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The Armistice in Cambridge commemorative event was first established back in 2001 when a small committee got together to raise awareness of Cambridge’s link with its sister-town Le Quesnoy, in France.

New Zealand has a lasting link with the French town since the New Zealand Division stormed the walls of Le Quesnoy on the 6th of November 1918 to free the town from the occupying Germans. This proved to be the last battle for the New Zealanders of the First World War, the Armistice being signed days later on the 11th of November 1918, whilst the Kiwis were still at Le Quesnoy.

It was therefore decided, that a special service should be held at the Cambridge Cenotaph to commemorate Armistice Day, and highlight the link with Le Quesnoy, whilst remembering all those New Zealanders who not only served and died in the First World War, but all conflicts.

Armistice Day

Armistice Day marked the end of the First World War, with the signing of the peace agreement (or armistice) on the 11th of November 1918. It is commemorated every November 11th around the world, and is also known in some countries as Remembrance Day, or if held on the closest Sunday to the date, Remembrance Sunday.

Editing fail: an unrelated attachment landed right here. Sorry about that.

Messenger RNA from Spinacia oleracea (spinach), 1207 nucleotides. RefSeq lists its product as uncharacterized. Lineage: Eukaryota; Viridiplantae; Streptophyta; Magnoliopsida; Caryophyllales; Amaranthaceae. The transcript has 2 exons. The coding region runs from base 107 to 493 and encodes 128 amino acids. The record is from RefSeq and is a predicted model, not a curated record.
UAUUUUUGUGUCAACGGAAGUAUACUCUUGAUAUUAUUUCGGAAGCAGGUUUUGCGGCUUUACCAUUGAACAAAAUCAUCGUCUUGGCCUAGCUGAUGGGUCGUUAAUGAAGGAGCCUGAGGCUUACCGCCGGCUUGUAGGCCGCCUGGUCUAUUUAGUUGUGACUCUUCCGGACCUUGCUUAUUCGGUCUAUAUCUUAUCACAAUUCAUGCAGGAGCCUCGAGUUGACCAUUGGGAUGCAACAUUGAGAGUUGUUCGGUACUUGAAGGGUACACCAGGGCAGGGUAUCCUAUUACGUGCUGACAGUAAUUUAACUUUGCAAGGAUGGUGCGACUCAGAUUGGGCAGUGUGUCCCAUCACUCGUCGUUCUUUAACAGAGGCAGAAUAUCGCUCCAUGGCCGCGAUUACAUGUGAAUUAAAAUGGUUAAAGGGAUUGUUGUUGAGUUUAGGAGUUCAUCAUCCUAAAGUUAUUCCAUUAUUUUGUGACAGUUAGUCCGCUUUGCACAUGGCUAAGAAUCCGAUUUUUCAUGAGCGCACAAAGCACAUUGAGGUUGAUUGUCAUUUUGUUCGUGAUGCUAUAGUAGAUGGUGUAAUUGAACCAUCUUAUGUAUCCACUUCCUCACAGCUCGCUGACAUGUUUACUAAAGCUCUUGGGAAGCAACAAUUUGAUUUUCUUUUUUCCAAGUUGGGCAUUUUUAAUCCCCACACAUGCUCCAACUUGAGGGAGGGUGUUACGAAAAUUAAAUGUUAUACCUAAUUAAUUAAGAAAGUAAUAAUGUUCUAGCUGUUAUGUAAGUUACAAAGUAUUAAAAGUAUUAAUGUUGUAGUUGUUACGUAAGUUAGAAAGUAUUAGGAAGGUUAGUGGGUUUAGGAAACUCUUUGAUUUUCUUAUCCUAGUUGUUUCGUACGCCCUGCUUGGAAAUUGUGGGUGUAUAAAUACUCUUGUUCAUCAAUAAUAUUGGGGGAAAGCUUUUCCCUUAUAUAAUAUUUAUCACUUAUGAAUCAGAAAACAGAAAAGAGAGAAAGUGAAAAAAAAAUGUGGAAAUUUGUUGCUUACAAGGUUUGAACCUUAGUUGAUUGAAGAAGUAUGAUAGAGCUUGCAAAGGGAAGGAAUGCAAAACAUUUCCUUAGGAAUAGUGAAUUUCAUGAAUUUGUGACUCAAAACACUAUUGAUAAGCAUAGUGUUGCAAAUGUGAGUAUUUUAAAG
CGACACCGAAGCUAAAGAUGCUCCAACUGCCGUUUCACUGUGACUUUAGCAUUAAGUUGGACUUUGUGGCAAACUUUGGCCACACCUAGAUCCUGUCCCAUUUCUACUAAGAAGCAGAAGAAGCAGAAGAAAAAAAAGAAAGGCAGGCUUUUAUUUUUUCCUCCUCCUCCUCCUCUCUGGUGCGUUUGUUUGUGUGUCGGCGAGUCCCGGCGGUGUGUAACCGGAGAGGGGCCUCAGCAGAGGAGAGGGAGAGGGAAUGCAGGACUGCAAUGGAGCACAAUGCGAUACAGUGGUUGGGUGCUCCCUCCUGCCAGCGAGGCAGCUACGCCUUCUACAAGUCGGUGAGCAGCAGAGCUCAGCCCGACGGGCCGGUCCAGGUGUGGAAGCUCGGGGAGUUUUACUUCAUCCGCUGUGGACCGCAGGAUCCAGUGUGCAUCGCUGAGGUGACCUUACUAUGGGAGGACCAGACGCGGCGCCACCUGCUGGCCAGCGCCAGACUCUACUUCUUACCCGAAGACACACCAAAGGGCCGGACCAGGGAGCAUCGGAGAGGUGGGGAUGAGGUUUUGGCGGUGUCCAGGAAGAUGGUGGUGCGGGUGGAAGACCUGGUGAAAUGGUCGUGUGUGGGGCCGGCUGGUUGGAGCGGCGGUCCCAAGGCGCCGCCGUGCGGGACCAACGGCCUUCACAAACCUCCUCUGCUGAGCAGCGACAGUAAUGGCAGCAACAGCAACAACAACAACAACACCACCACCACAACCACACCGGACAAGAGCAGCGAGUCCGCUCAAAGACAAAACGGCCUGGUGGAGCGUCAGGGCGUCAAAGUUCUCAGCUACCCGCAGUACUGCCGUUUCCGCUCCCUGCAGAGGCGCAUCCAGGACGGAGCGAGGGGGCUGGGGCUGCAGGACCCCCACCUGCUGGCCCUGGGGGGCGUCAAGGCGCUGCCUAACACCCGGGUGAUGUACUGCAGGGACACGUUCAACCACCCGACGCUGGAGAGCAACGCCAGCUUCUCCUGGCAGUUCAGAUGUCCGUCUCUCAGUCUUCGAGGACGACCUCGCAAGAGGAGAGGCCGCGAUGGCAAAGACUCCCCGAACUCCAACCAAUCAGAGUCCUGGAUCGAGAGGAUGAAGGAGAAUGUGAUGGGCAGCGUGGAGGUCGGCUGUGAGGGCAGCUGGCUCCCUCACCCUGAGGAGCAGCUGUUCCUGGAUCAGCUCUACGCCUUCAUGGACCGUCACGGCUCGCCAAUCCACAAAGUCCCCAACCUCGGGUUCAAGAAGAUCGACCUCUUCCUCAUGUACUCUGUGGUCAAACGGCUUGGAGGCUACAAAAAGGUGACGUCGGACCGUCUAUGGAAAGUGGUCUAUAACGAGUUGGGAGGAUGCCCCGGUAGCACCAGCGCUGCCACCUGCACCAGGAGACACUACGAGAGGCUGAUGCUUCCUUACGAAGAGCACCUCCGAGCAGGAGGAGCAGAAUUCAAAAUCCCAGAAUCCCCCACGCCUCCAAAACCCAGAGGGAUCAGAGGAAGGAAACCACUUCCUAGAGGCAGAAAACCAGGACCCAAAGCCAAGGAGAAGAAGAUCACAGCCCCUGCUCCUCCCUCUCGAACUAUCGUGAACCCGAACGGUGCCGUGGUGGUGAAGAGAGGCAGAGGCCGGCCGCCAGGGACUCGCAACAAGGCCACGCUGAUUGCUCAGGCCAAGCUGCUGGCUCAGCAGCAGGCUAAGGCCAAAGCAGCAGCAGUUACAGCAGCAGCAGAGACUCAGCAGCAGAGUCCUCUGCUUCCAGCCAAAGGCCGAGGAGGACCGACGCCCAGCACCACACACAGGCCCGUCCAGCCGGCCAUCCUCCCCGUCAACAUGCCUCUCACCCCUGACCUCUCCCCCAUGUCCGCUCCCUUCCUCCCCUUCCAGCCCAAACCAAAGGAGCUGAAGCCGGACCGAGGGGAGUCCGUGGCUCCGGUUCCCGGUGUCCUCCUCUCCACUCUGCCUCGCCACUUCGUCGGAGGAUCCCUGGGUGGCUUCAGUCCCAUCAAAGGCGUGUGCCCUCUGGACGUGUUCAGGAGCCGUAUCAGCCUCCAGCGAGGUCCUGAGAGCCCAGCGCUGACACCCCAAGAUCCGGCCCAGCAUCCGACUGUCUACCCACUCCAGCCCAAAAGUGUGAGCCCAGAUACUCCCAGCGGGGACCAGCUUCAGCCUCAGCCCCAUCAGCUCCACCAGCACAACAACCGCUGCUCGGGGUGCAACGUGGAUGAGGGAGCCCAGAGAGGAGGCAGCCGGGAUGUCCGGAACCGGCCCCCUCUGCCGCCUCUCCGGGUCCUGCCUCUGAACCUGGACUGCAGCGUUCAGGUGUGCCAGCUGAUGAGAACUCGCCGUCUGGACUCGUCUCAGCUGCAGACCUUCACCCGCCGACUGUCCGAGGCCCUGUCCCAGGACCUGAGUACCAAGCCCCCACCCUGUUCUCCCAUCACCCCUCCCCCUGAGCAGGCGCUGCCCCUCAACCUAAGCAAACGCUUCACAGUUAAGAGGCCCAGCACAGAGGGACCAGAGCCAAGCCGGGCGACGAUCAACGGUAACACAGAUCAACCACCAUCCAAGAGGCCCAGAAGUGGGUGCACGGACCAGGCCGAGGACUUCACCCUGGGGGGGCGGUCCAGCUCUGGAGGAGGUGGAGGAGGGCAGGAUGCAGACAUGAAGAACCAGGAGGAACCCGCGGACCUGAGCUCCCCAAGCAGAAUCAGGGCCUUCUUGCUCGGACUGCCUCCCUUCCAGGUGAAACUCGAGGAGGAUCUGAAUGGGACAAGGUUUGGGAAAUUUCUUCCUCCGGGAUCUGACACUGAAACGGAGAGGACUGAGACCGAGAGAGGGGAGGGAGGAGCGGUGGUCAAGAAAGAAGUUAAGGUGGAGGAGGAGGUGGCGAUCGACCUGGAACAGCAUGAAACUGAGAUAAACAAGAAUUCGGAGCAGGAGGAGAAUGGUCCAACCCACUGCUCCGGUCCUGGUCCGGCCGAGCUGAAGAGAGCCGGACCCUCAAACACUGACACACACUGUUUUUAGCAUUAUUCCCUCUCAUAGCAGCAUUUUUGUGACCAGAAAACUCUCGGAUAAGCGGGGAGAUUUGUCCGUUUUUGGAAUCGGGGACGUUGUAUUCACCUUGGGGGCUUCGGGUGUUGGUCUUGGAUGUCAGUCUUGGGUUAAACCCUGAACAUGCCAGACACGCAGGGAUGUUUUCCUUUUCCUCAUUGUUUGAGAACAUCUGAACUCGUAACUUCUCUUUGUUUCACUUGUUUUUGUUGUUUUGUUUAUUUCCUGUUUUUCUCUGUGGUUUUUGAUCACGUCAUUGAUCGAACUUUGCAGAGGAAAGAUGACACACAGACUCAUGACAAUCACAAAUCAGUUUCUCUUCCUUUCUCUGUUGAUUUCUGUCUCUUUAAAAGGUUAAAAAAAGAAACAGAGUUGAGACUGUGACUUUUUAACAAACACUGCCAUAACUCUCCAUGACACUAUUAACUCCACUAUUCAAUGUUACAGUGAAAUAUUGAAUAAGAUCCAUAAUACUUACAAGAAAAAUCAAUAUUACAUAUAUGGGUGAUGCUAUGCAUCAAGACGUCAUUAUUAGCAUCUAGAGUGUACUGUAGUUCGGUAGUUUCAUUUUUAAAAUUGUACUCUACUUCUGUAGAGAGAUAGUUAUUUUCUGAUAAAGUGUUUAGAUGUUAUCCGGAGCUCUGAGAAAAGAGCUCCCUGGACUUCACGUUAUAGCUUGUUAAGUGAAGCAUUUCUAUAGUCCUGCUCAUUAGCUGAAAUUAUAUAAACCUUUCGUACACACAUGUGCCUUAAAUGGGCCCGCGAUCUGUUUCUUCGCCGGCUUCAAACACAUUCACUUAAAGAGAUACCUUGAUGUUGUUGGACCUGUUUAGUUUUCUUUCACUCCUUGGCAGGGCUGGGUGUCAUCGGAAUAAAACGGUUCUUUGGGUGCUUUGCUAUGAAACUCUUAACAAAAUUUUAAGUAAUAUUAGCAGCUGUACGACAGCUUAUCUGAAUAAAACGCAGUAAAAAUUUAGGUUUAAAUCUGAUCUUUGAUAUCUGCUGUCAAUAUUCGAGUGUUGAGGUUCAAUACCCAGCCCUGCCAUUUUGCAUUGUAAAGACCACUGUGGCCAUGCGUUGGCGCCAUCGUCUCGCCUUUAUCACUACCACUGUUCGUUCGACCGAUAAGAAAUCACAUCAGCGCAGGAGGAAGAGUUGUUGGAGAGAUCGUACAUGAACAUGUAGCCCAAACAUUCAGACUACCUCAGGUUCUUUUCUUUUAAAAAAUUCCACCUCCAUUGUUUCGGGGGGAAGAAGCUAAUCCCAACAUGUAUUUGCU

Not many places in New Zealand mark this day with much accord, simply because we have our own special day or remembrance for our war dead, ANZAC Day on April 25th. However, Cambridge has revived the tradition and we celebrate both important days, ANZAC Day and Armistice Day.

Here in Cambridge, the special commemoration is marked on the closest Sunday to the 11th of November each year. The next upcoming weekend-long Armistice in Cambridge event falls on the 11th & 12th November 2017.

From small beginnings, Armistice in Cambridge has grown to become a big affair. As well as the commemorative service to formally remember those who served in New Zealand’s Armed Forces, there is now a large scale educational aspect to the event.